Opening Up

We are tip-toeing into the future. Conditions are a little spartan, a little unfamiliar. This is good; this is scary. Caution, patience, and gratitude are the watchwords.

Beware: Lots of People Ahead

I took my first flight in a year last week, just a hop up north to see family. Y’all… there are a LOT of people in airports!

Pre-pandemic Hong Kong, photo Wall St Journal

It was like when you are away from home for a long time, like a summer or when you first go to college, then you are back. It is both strange and familiar. Your primitive brain remembers. Crowds of people are back. Can’t say I really liked that. But we have 8 billion people in the world, so we must share it with each other.

If you haven’t done this in a while, never fear (as long as you are vaxxed A.F, as the kids say today). The airplane wasn’t actually that bad although that was the longest wearing a mask nonstop that I have done in a while. And airplane are always late aren’t they? A little late coming in? Early to the arrival gate, which means you sit on the tarmac. Mechanical something or other, flight crew’s not there. That is all oh-so familiar, too. If we have learned nothing from this experience, it ought to be patience.

But that six feet of space thing? People in airports seem to have thrown that out the window already. Be vaxxed or stay masked.

Masks aren’t strange any more. Photo by Vladimir Vladimirov.

Be Patient With One Another

On the other hand, six feet is a little matter of patience, isn’t it? If someone is too close to you, you can move a little, edge a little, give space. I’ve become a lot more patient. More patient driving because there is a small contingent that has decided they should still drive 90 like they did last April, when there were no other cars on the road. Just give them room.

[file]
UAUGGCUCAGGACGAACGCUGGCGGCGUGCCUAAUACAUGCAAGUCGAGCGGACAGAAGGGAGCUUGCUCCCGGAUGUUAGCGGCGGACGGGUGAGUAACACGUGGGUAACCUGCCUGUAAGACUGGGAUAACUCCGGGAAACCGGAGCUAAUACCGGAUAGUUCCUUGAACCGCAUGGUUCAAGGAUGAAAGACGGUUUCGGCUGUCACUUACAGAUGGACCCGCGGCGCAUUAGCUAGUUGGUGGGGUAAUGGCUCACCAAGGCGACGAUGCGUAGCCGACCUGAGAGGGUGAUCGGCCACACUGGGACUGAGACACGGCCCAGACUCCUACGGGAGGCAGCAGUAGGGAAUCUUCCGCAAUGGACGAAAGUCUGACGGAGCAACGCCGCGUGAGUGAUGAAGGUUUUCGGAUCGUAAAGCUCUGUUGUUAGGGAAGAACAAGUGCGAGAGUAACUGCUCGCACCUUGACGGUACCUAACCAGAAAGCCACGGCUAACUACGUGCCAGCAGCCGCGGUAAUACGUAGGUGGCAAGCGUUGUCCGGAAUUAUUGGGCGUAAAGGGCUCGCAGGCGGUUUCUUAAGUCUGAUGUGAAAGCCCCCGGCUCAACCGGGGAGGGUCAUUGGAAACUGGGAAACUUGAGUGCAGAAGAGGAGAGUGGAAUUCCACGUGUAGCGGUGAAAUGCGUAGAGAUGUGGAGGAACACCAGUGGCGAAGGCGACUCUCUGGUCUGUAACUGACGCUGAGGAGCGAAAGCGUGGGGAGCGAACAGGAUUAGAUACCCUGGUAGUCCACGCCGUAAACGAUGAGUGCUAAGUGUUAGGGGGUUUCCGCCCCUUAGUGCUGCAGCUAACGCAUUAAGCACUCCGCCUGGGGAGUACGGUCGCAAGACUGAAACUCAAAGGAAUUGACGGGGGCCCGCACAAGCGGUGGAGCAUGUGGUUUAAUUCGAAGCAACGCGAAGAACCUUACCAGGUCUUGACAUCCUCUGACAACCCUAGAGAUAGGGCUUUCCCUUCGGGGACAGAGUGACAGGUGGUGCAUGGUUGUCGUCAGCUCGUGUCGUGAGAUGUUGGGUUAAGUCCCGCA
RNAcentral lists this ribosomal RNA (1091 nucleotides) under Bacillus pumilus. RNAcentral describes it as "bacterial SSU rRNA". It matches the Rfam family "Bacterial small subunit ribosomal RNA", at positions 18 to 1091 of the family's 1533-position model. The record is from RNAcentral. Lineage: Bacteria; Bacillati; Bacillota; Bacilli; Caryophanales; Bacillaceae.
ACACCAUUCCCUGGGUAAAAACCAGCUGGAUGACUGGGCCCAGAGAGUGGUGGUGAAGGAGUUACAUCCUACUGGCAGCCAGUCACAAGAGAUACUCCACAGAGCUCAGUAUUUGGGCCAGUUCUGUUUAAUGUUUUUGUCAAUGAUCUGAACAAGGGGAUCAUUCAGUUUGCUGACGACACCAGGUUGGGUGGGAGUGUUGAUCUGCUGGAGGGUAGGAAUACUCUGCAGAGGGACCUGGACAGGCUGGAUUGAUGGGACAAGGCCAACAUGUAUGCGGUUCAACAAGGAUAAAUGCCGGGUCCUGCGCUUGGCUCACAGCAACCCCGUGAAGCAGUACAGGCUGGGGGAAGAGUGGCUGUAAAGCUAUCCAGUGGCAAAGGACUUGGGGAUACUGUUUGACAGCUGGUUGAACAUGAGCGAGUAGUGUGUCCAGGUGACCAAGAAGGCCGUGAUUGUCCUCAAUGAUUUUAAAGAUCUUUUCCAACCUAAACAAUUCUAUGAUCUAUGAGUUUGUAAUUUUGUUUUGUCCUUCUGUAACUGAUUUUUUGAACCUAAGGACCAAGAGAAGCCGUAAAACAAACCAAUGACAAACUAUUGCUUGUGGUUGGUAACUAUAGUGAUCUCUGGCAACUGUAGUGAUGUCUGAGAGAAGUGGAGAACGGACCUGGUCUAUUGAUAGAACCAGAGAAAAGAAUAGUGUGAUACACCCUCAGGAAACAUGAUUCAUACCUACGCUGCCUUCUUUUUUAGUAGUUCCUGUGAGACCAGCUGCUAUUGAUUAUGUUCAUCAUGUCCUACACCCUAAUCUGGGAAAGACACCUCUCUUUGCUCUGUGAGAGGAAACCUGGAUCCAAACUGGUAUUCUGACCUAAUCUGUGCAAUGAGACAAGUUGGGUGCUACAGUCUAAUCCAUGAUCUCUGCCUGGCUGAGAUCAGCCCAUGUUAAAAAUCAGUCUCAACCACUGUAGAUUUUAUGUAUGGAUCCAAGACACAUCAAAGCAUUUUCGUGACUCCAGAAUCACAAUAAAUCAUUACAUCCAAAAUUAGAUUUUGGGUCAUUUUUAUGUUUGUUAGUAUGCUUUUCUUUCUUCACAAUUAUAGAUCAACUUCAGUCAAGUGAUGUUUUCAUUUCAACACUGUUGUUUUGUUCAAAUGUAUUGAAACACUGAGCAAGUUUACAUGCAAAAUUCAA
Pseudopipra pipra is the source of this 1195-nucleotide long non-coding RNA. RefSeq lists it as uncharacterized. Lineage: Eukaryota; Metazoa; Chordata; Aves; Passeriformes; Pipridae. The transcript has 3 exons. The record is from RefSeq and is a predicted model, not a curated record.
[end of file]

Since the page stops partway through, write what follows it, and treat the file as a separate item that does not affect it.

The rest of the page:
Some people may also keep wearing masks after it is safer to take them off. I prefer mine off, but you can keep yours on. It’s been nice not to get someone else’s cold; not to give to my spouse, who stays sicker longer than I do.

I rather enjoyed the bandanna approach when hiking. Kept the sun off the back of my neck and warmed up my cheeks in that February air. Some of them are tie-dyed now. Lots of additional fashion statements to make.

If someone is still wearing a mask now, next month, or in six months, don’t give them a hard time. They may have a good reason.

If someone isn’t vaccinated yet, give them time. Maybe they’re immune-compromised–there might be a handful out there. Maybe they haven’t had the time yet to drive an hour to the vax site or wait on the phone forever or hunt around to get an appointment. Give people time. The New York Times had a story only a few weeks ago that 30 million people would like to get vaccinated but couldn’t take the time away from work or family. I have in-laws whose only rural hospital closed down right before the pandemic. Vaccination sites now need to come to people. Give them time.

When we don’t need to be patient, we can avoid people who are just being “jerks.” (I have better words but NSFW). There’s a bar somewhere up north–one of those towns with lots of NRA bumper stickers on the trucks–where the owner is going to charge a $5 fee if you refuse to take off your mask. Five dollars if you wear a mask. That one’s easy. Don’t go into the bar.

Thank Us

Mostly we can breathe a sigh of relief. My youngest, who works in retail, says the arrows are coming up off the store floor. The libraries reopened a few weeks ago, and there were even greeters to say, “welcome back.” Thank you!

If you’ve been vaccinated, thank you. That does make me safer. If you’re wearing a mask, thank you. That also makes me safer. If you worked in a store–grocery, Target, fast food, whatever–thank you. You made our lives more bearable.

We’re going to be okay.